The world of investing in art is not an easy one for amateurs to navigate. For one, it’s immense, and knowing what you are looking for can be incredibly difficult, even for experts.
Potential investors should compare the returns on investment in art with that of other investments, as the wise investor would do with any type of investment. So where should you start? The first aspect to consider is that the art market is no different from the stock exchange – it is in constant flux and it is cyclical. It has been said that the art market is the only one that will never go bankrupt, as art always has a currency value. You also have to keep in mind that an investment in art will probably only yield significant returns in the long term.
Getting to grips with artists, trends, genres and periods is only part of the challenge. Becoming competent at knowing what you are looking at can take a very long time. It’s not just the artists you need to know; the subject matter of a work can also influence its value. Unfortunately, speculating through purchasing new artists’ work and hoping it will be worth more when they become known is not synonymous with investing in a small company early and cashing in later.
When investing in art, you need to treat the purchase of an artwork like the purchase of other major assets. For those without an art history background and with a distrust of unregulated markets, art indices such as the Citadel Art Price Index are the best way to assess trends. Indices are, however, limited, due to data being limited to auction prices, which only represent a quarter of the market and exclude certain transaction costs. The auction system, where prices are public and transparent, is still the best measure of art’s ‘true’ value.
Once you have done your homework, turn to an independent expert to verify the price and viability of the investment. Many people invest in art for the first time without first verifying the provenance of the work: the seller and the work’s history and its value. It is always wise to look at both auction houses and private dealers. If you choose a dealer, ensure that he/she is reputable. Lastly, never forget about insurance. Determine exactly when the risk passes from seller to buyer, and make sure you have adequate insurance in place from that moment.
Above all, you should remember that it is art’s aesthetic qualities that underpin its future value. Develop your appreciation as well as your eye for value by visiting local galleries, engaging with the gallery owner, meeting the artists at exhibitions and participating in the walkabouts with the artist and/or the curator. It is a whole new fascinating world and an incredible journey.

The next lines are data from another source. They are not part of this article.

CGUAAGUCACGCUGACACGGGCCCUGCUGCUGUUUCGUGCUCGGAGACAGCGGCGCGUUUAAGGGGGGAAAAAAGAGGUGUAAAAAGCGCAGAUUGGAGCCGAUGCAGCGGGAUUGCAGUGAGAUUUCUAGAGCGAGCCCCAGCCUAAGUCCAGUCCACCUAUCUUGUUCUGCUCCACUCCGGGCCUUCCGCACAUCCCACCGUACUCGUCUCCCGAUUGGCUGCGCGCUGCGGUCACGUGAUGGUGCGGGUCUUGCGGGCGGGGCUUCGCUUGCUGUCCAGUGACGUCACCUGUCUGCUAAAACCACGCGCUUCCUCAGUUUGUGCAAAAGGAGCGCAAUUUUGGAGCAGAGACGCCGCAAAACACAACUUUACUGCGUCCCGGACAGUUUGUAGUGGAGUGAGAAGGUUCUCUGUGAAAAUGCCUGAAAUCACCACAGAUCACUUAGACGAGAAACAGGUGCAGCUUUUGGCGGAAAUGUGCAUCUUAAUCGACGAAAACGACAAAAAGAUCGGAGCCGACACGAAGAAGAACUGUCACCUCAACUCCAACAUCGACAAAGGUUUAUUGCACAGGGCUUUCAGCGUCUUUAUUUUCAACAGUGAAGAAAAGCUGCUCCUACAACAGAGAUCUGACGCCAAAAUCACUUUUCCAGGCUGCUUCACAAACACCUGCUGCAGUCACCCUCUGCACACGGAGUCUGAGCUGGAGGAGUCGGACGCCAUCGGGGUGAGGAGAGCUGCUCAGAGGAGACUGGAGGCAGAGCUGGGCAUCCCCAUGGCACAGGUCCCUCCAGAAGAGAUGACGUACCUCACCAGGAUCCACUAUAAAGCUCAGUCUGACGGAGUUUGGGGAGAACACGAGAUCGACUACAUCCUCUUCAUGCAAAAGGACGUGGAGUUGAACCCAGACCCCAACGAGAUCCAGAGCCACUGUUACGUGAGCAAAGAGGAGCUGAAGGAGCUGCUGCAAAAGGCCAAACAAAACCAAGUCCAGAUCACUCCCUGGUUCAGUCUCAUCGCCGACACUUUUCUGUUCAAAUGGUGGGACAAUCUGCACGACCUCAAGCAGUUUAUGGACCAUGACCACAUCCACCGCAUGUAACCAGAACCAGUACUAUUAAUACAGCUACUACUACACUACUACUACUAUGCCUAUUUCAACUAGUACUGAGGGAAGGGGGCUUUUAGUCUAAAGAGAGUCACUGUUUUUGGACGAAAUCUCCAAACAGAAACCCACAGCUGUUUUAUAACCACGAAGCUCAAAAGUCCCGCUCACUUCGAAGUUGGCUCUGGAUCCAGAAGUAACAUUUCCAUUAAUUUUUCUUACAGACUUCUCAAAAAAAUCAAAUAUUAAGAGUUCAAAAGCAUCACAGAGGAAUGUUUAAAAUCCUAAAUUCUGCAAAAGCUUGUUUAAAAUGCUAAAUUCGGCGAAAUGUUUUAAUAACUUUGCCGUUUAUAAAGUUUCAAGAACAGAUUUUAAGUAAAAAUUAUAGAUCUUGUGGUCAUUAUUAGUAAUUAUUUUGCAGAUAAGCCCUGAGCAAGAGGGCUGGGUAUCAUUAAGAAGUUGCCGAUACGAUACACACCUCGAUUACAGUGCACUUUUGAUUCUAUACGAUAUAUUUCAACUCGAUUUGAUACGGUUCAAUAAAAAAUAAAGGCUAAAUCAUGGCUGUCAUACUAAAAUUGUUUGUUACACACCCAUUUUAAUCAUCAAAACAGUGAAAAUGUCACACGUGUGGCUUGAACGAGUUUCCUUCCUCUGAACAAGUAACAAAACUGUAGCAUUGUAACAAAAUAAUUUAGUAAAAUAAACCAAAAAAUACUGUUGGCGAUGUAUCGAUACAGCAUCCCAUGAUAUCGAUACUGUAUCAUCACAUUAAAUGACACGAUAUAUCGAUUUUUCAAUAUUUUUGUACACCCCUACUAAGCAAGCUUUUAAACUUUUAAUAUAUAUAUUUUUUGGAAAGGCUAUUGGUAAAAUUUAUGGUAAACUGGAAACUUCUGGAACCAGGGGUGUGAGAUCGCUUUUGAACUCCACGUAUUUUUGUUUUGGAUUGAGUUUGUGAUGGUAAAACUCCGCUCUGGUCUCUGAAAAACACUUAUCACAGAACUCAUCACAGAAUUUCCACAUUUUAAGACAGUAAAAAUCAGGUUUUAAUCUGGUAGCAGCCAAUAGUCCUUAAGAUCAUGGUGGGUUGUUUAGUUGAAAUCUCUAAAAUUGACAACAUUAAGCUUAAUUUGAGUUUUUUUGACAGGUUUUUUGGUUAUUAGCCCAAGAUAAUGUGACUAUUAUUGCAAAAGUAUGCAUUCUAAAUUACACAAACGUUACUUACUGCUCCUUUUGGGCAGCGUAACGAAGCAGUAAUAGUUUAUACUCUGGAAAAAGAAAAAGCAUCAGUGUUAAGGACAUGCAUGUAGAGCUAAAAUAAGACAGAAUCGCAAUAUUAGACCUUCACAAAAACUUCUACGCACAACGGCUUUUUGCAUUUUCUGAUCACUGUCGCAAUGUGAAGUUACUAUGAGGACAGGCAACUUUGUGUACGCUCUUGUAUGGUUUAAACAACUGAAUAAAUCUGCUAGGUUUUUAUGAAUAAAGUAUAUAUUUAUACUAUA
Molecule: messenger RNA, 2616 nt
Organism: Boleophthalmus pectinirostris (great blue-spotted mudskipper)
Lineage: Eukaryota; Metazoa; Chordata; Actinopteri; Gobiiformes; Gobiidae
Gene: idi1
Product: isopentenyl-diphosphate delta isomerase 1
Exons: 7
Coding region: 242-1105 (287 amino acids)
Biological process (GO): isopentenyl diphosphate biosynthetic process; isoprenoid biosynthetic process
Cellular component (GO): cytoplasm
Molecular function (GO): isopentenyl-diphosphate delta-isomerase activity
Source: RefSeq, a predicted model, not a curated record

It is important to thoroughly research an artist before committing to an investment. Investors should have extensive knowledge of a particular artist’s entire body of work, as the quality of some artists’ works fluctuates throughout their lifetime. Some artists produce their best works in their youth, while others mature with time and experience, but even the most sought-after artists may experience periods when the works produced in that time are unlikely to ever be considered masterful.
Once acquired, an art work should be properly looked after. Poor handling and inappropriate or incorrect framing can result in irreparable damage. If you do not have the right environment to keep a work, it may be inappropriate to own it. Get professional advice on how to care for your art. All works of art should, furthermore, be appropriately insured; there are insurance companies that specialise in art insurance.
Technology and, especially, social media and the internet, have influenced how we interact with art. The top auction companies receive applications to participate in online auction sales from nearly 200 countries, mainly thanks to the ‘mobile internet.’ The new mobile internet economic model is an irreversible development that has received a massive boost from the recent arrival on the market of ‘silver surfers’ – rich over-50s who enjoy and collect art and who, today, represent the primary users and buyers via mobile devices. For this population, the internet has become the primary hunting ground for artworks in the world, particularly via tablets and phablets, which perfectly suit senior lifestyles.